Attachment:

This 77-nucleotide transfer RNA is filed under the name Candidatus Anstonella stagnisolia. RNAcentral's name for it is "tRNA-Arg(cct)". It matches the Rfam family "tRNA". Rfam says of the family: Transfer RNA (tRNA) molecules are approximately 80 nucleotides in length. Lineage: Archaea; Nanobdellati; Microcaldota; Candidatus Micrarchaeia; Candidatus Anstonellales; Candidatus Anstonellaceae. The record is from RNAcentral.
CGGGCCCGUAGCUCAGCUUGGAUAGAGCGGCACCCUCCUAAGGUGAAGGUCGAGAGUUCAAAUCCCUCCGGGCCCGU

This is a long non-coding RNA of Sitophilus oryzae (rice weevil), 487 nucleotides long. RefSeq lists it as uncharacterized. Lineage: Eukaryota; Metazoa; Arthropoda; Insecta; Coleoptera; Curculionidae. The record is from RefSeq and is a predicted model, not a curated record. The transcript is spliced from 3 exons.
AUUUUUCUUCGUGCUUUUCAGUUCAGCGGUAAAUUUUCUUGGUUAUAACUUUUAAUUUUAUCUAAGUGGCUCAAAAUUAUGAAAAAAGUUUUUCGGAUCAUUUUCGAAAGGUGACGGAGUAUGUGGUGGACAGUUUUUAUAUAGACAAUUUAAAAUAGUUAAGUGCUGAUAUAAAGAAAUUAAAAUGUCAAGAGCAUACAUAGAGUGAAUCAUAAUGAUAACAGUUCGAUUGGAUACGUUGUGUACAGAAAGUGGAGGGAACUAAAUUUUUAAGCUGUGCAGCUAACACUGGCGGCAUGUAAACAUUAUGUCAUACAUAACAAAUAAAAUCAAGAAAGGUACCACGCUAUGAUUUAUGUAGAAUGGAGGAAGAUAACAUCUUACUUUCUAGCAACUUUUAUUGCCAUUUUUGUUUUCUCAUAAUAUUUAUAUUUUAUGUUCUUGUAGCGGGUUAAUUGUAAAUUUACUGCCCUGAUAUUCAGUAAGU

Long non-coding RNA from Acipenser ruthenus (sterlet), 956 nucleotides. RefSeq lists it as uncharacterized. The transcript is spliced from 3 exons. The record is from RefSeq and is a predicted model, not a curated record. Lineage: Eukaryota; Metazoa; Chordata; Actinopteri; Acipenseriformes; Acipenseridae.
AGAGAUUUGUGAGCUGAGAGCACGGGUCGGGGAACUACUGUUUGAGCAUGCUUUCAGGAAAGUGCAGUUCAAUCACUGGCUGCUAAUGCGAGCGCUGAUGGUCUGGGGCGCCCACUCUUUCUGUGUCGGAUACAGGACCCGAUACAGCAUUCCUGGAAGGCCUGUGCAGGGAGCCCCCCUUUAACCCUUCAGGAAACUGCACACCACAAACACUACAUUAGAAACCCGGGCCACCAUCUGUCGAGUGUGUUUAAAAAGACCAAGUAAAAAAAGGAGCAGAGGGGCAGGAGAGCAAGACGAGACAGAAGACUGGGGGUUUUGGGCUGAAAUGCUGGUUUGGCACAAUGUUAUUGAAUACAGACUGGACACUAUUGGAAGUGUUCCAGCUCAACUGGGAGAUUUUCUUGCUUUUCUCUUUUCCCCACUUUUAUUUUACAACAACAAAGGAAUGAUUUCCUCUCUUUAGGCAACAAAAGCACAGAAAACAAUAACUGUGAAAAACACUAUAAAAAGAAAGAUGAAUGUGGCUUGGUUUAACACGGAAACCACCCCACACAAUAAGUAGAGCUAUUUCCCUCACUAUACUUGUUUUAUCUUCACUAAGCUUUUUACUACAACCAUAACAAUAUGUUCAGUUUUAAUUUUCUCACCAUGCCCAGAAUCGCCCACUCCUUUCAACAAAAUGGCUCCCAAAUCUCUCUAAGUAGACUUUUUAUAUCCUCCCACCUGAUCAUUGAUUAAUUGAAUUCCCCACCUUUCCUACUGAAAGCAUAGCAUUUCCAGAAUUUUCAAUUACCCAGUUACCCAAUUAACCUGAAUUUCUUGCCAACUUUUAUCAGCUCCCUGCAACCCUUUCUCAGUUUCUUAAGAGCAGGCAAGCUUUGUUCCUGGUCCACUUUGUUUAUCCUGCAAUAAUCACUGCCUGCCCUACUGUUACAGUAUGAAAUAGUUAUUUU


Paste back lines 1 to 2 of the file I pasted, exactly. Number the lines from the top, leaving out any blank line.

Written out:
This 77-nucleotide transfer RNA is filed under the name Candidatus Anstonella stagnisolia. RNAcentral's name for it is "tRNA-Arg(cct)". It matches the Rfam family "tRNA". Rfam says of the family: Transfer RNA (tRNA) molecules are approximately 80 nucleotides in length. Lineage: Archaea; Nanobdellati; Microcaldota; Candidatus Micrarchaeia; Candidatus Anstonellales; Candidatus Anstonellaceae. The record is from RNAcentral.
CGGGCCCGUAGCUCAGCUUGGAUAGAGCGGCACCCUCCUAAGGUGAAGGUCGAGAGUUCAAAUCCCUCCGGGCCCGU